If there is one thing the Virginia Department of Health Central Shenandoah District’s vaccine expansion rollout has exposed — other than a complete and utter misunderstanding of rural areas with spotty internet service — it is our wider community's need for broadband.
Oh, we’ve slapped this horse before.
Back when schools were in the middle of online learning and some county students were struggling with getting online, NASA announced it selected Nokia to build the first wireless network on the moon, hoping to connect the lunar surface by 2022. At first, we laughed at the absurdity of government spending.
Then we got mad. The moon, for all we know, might have internet before some of us in Rockingham County do. Yes, that’s a problem.
And with the VDH wanting people — most of whom are 65 and older — to register for Phase 1b of the COVID-19 vaccine via email, that problem should now shine bright. Thankfully, we have people around like Jeremy Holloway, chief of Rockingham County Fire and Rescue, who are going above and beyond what they’re called to do to make sure the aged population among us can call his staff who, in turn, will do all they can to steer those eligible for this phase of inoculation to the right place.
But it shouldn’t be fire and rescue’s job to do that. They have fires to put out. They have calls to respond to.
But back to broadband.
During the Governor’s Summit on Rural Prosperity in October, Gov. Ralph Northam said roughly 660,000 Virginians do not have access to broadband. Locally, that number is hard to gauge. But it doesn’t take a degree in computer science to know that stepping outside the city becomes a guessing game for high-speed internet. Frankly, it’s something we need now more than ever. Plenty of us are working from home due to the COVID-19 pandemic, and some of us depend on virtual appointments with our various doctors.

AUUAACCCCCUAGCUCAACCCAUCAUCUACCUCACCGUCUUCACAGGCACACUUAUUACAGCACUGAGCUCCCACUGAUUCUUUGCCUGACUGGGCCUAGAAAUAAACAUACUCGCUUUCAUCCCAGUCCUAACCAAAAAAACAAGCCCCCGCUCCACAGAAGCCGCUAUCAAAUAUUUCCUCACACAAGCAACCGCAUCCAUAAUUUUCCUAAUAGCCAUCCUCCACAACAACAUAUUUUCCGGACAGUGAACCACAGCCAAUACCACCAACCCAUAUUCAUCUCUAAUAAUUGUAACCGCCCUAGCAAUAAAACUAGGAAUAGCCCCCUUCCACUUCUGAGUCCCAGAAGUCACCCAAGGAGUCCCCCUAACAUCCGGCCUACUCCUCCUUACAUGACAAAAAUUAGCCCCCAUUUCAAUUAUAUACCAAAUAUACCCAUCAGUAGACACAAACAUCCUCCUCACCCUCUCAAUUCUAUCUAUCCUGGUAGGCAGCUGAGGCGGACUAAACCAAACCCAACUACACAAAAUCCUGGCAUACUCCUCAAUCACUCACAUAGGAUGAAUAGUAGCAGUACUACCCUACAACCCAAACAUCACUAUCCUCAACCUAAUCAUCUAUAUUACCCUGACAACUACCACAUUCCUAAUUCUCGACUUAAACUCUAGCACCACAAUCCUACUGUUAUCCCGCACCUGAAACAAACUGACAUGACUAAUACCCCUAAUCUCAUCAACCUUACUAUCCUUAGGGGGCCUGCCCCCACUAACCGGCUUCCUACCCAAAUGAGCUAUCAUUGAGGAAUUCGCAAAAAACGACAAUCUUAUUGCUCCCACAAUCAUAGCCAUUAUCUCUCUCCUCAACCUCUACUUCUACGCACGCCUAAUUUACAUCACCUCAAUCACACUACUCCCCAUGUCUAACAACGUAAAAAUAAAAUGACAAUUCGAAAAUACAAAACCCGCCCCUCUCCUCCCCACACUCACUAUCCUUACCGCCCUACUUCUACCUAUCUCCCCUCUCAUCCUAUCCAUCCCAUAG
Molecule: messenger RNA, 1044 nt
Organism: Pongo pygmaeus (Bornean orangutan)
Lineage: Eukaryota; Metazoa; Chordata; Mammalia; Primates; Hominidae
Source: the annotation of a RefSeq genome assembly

Sure, students may soon be heading back to the classroom, but now we know that if they have to be sent out to learn from home again, it’s going to be a bear for most to keep up.
“This crisis, more than anything else in the last 20 years, has highlighted the broadband gap that left too many Americans, and too many Virginians behind,” Sen. Mark Warner said in an emailed statement to this newspaper on Tuesday.
Thankfully, broadband access has been a major issue for representatives running for election as of late. Sadly, we have yet to see the fruits of their election campaigns just yet.
We implore all our representatives — from those in Washington to the ones in Richmond — to continue to push for rural broadband.
If anything, the state’s shortsighted idea for COVID-19 vaccine registration should put the spurs to the issue.